Who is Teaching Your Kids about Money?

Jun 15, 2015

MoneyLife100 If you take the time to teach your children about money, that’s fantastic. If you’re not, know that your children are learning money habits whether you’re teaching or not. Savvy marketers are telling our kindergartners that they need a certain toy to be happy, and credit card companies are peddling instant gratification to our teens. 

To help you teach your kids about money, the Pennsylvania Institute of Certified Public Accountants offers these suggestions as a basis to build good money habits.

Allowances Teach Financial Literacy

One tool to start teaching your kids about money is an allowance. 

An allowance is an opportunity to place funds directly in a child’s hands, giving them experience in making choices, budgeting, and placing value on their desires.

Tips for making allowances work:

  • Start when your child is old enough to understand money. He or she should know that $1 equals four quarters, for example. This is typically around age six.
    In terms of amount, it’s generally a good idea to start small and expand it as the child gets older and his or her money-management skills grow. 
  • Consider creating an allowance structure with accounts, such as “share,” “save,” and “spend.” The amount you give per account is largely based on your values. If goal setting and patience are values, perhaps the save bucket gets the bulk of the allowance. Or if generosity is a value, the share account may encourage your child to give.
  • Help them budget. Young children are concrete thinkers, so jars labeled by account are easy to understand. Some good apps for the more abstract thinkers include Kids Money, Allowance Manager, iAllowance, Tykoon, and Envelopes. Websites such as ThreeJars, It’s My Life/Money on the PBS Kids portal, and LearnVest My Money Center offer great budgeting tools and tips.
  • Whatever structure and budgeting tools you choose, the most important thing is to communicate with your child about money values, why you’ve structured and funded the accounts as you have, and what you hope they will learn. Think of allowances as a communications tool. Keep the conversation going on a regular basis.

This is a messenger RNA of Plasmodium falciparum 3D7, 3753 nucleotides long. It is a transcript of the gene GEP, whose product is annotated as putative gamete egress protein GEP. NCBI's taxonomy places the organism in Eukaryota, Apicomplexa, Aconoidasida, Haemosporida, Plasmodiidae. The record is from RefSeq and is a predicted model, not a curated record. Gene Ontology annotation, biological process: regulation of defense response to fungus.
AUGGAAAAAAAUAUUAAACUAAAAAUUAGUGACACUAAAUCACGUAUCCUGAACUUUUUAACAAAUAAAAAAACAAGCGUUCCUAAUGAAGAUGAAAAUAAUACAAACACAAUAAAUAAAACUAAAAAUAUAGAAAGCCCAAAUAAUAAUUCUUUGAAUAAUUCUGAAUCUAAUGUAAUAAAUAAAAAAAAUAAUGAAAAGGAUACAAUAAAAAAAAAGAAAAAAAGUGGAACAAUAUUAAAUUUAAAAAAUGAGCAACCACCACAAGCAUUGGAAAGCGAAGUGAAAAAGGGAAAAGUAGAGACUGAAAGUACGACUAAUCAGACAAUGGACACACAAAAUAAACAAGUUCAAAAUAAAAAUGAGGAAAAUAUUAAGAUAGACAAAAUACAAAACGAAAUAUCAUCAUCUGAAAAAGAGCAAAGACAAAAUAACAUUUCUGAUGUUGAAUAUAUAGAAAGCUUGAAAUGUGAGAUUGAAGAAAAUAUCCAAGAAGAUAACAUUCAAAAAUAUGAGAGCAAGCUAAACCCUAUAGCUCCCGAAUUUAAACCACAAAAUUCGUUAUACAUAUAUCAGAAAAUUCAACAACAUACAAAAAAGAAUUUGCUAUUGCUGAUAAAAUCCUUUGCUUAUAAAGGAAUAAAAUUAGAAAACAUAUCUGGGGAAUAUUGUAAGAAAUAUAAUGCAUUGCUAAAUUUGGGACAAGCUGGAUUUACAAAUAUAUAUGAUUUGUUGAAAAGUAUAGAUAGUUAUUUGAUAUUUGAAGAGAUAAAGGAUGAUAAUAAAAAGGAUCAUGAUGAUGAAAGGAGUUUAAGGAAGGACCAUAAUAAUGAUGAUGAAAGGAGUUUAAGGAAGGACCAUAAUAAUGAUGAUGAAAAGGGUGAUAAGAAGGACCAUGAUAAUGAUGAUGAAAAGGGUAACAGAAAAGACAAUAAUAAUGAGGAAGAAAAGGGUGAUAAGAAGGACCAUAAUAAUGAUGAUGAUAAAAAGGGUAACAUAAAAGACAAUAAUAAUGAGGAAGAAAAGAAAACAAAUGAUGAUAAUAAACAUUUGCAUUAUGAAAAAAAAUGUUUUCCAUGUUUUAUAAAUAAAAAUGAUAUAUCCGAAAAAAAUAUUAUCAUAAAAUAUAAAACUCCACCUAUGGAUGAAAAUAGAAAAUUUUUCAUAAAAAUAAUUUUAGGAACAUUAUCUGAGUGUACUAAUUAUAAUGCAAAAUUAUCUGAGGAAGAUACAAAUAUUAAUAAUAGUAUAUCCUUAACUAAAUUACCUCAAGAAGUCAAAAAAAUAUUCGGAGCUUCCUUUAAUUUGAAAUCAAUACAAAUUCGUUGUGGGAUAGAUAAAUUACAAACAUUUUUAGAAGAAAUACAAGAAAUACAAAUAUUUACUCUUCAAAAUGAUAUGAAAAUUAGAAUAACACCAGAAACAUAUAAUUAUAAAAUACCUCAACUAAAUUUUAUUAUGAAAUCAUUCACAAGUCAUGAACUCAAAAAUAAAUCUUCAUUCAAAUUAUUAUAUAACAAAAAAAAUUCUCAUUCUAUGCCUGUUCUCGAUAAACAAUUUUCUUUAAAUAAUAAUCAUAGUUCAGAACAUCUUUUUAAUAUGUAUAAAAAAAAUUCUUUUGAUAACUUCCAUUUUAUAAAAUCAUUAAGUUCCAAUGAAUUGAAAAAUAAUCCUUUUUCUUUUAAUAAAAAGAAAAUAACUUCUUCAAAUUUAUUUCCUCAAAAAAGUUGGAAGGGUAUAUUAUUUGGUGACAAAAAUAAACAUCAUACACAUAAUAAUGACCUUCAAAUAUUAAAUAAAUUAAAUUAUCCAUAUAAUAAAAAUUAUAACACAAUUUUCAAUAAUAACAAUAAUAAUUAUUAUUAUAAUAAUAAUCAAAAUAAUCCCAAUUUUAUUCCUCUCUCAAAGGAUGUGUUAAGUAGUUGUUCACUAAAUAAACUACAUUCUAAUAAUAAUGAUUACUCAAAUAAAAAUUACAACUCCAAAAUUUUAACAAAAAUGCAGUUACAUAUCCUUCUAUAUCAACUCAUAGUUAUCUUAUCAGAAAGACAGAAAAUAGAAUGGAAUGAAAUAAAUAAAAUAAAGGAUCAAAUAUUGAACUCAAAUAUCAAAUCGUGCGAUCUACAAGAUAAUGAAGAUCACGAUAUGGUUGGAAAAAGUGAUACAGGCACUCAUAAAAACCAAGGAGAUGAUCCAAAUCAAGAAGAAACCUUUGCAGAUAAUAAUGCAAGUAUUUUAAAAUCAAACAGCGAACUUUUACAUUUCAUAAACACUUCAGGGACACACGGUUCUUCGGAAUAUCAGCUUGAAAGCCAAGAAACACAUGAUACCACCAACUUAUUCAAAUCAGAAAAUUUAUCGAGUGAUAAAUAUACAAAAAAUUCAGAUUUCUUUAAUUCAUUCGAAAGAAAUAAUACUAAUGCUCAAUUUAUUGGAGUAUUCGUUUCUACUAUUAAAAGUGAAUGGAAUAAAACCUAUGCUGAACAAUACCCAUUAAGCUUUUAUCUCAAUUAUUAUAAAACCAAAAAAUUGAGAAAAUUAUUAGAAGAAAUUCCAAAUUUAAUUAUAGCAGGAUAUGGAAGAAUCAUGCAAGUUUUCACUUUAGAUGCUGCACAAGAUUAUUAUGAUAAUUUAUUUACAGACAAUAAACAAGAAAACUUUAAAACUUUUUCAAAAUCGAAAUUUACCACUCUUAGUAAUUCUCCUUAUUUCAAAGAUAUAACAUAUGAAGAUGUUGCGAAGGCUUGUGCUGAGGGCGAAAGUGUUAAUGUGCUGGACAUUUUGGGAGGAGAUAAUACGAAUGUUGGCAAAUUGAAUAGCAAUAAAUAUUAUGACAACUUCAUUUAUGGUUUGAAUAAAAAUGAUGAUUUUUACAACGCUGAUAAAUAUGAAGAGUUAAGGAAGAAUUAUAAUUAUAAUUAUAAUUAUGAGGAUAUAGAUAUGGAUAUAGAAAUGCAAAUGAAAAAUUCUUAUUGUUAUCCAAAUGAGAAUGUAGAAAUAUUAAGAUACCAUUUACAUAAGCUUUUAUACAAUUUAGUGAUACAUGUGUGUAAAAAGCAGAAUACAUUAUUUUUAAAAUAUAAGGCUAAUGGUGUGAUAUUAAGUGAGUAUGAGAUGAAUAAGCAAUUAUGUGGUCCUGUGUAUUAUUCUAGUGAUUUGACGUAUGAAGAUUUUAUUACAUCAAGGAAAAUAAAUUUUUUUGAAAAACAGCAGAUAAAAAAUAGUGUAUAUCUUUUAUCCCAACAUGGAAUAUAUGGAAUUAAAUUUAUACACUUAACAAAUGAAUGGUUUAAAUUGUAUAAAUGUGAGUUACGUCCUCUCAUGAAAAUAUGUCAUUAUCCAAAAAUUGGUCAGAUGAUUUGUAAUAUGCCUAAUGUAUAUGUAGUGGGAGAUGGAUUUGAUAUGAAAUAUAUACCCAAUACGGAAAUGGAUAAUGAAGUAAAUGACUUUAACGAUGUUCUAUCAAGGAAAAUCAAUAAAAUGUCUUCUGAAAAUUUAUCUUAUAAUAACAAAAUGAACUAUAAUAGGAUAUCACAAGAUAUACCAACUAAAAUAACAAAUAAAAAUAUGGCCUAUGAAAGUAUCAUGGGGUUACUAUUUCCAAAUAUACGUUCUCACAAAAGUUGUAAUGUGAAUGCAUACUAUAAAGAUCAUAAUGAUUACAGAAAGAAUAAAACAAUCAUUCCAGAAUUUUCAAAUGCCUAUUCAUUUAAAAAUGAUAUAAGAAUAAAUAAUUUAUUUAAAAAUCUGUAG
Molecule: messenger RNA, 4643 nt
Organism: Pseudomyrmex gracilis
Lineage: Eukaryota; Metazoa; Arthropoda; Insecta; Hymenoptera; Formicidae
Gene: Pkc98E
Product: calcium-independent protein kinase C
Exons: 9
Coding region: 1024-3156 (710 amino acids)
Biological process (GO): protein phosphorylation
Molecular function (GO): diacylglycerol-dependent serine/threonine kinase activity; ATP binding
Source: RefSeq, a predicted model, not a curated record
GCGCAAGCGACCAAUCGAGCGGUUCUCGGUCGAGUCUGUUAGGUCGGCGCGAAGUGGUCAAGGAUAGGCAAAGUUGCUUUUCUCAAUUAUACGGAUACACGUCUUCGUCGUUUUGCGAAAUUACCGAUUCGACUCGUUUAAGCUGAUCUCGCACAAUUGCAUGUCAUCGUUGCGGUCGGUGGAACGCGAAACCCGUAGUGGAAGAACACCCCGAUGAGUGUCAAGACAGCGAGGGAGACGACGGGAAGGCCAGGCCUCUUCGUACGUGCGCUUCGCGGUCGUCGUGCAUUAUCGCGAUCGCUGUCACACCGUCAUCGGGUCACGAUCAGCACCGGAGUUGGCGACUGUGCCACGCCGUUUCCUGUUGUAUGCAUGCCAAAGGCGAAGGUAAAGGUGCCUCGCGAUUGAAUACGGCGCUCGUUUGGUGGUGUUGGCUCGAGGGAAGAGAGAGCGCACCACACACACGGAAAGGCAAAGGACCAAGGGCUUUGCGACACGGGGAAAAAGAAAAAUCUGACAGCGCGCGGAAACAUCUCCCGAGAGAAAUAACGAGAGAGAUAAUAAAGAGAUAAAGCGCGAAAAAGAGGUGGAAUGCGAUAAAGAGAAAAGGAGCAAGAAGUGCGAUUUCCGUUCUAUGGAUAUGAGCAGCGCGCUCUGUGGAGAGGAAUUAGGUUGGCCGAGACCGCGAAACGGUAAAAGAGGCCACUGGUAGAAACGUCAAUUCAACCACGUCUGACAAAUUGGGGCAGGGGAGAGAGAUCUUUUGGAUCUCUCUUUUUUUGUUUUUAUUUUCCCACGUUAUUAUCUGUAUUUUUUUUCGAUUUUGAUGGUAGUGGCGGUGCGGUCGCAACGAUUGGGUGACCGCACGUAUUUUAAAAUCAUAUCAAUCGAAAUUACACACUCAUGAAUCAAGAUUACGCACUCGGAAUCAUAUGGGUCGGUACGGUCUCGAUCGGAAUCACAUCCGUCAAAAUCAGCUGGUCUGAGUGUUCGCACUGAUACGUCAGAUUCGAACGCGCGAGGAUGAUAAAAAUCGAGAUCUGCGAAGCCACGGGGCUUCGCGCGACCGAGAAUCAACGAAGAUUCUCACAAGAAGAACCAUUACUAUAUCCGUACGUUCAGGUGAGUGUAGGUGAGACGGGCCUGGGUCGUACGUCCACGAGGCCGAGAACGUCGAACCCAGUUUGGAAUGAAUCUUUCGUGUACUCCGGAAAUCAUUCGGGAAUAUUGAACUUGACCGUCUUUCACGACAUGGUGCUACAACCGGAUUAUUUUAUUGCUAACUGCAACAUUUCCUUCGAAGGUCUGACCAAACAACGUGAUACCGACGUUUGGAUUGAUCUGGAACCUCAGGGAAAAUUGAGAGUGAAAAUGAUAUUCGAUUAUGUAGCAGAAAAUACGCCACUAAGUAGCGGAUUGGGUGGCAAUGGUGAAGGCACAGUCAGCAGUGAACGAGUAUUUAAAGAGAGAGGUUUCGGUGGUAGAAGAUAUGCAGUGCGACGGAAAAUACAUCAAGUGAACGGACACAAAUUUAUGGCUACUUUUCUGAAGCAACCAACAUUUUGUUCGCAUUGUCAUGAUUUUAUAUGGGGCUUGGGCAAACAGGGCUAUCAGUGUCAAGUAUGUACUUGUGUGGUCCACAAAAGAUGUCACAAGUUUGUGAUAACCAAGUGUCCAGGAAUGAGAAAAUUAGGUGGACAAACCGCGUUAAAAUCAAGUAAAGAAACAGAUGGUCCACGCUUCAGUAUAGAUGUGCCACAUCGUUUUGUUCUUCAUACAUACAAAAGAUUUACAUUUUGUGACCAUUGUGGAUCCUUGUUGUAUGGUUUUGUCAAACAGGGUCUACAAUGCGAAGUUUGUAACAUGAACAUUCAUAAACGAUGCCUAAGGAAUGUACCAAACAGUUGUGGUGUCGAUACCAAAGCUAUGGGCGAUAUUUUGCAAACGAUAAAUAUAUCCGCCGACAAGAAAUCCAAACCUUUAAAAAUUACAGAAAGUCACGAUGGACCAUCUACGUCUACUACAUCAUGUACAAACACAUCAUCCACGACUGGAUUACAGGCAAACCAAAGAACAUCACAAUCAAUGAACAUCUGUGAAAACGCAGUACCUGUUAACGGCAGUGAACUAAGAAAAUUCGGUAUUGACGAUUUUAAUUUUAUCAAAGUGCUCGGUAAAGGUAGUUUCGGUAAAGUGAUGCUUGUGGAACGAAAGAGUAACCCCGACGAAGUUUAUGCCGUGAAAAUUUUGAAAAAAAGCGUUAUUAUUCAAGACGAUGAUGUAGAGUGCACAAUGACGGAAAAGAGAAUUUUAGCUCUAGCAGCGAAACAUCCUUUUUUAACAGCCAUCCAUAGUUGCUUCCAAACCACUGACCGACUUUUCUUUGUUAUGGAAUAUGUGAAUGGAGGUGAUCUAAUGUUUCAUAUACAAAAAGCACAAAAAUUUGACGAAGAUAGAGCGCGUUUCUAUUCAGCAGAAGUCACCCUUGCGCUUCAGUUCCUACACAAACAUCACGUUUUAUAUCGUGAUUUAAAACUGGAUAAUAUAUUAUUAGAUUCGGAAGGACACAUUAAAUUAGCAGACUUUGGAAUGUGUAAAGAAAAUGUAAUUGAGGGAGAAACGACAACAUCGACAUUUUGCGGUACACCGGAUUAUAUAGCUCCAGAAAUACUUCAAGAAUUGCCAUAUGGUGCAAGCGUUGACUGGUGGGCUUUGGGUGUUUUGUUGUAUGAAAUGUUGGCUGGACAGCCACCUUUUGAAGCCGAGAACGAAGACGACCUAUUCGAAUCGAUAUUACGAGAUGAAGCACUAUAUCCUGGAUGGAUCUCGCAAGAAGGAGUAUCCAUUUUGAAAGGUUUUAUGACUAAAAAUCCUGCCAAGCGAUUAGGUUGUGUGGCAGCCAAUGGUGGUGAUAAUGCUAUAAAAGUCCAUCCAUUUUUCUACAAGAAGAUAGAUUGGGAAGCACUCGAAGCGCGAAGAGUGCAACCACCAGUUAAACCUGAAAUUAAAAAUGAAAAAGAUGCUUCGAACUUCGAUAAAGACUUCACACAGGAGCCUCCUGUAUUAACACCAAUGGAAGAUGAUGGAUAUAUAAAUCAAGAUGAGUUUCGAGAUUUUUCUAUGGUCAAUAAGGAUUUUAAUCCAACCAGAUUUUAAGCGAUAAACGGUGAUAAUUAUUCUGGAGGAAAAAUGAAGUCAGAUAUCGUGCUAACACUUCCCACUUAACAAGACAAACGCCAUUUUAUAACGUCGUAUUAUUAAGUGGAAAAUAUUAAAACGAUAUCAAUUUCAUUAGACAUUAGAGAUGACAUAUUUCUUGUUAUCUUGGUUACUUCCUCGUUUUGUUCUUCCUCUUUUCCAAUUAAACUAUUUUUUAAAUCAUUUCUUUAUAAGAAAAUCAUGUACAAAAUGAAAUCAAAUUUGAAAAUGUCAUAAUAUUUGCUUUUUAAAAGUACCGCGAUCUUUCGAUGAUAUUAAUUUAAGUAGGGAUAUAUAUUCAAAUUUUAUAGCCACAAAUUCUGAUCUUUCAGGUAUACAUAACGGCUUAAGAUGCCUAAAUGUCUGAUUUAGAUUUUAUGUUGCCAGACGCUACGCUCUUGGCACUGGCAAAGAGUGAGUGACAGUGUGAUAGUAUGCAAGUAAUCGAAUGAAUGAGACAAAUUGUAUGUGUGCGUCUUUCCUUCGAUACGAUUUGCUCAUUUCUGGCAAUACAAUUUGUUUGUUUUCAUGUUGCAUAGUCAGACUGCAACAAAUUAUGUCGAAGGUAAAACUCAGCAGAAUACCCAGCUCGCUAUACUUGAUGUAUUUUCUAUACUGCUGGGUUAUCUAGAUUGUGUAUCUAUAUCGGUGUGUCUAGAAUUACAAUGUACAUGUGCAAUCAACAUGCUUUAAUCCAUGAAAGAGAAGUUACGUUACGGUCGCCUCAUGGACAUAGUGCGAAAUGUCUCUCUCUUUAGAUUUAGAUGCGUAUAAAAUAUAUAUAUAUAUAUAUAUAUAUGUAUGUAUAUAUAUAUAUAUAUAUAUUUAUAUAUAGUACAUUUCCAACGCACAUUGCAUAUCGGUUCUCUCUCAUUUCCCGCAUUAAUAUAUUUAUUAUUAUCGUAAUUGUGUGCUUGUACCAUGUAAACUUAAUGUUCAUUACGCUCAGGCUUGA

• Encourage your child to think of something they want to save for upfront. This helps delay instant gratification and teaches them to save for what they truly want.
    Don’t dictate what your kids spend their “spend” bucks on. You may cringe when your daughter buys yet another stuffed animal, but that’s what an allowance is for. When it’s gone, it’s gone. They will eventually learn that they have to make choices with their money.
  • Pay out on time. When you pay out allowances inconsistently, you are sending out a bad message about money management: That it’s OK to pay our bills late.
    Don’t take away allowance as a punishment. If a child breaks a window, have the child pay for the new window out of his or her allowance. Taking away allowance is merely a punishment, but having the child pay for a mistake is a lesson. Actually, it’s two lessons: we all have to take responsibility for our actions, and sometimes decisions we make end up costing money.
  • Although it is important to talk to your child about money, it is more important for the child to see how you manage yours. Always remember that your child learns more from what you do than from what you say.

Online Purchases

The days of biking to the local record store to buy music are long gone. Here are some ways your children can spend their allowance money instead of yours when they are shopping online:

  • For Apple services, such as iTunes, the App Store, iBookstore, or Newsstand, its allowance feature enables you to pre-set a specific amount of money each month that your child can spend.
  • The Tykoon app has its own Amazon.com store where kids can spend their allowance. They can also donate from their “share” account through Network for Good.
  • Prefilled debit cards and gift cards are other options for providing a limited amount of funds.

Talk to a CPA

Money management is not always easy. Talk to a certified public accountant (CPA) for ideas to help with budgeting and money management. For articles on money management tips from CPAs, visit the consumer section of this site.


The Pennsylvania Institute of Certified Public Accountants (PICPA) is a premiere statewide association of more than 22,000 members working in public accounting, industry, government, and education. Founded in 1897, the PICPA is the second-oldest state CPA organization in the United States.

Money & Life Tips are a joint effort of the AICPA and the Pennsylvania Institute of Certified Public Accountants (PICPA), as part of the profession’s nationwide 360 Degrees of Financial Literacy program.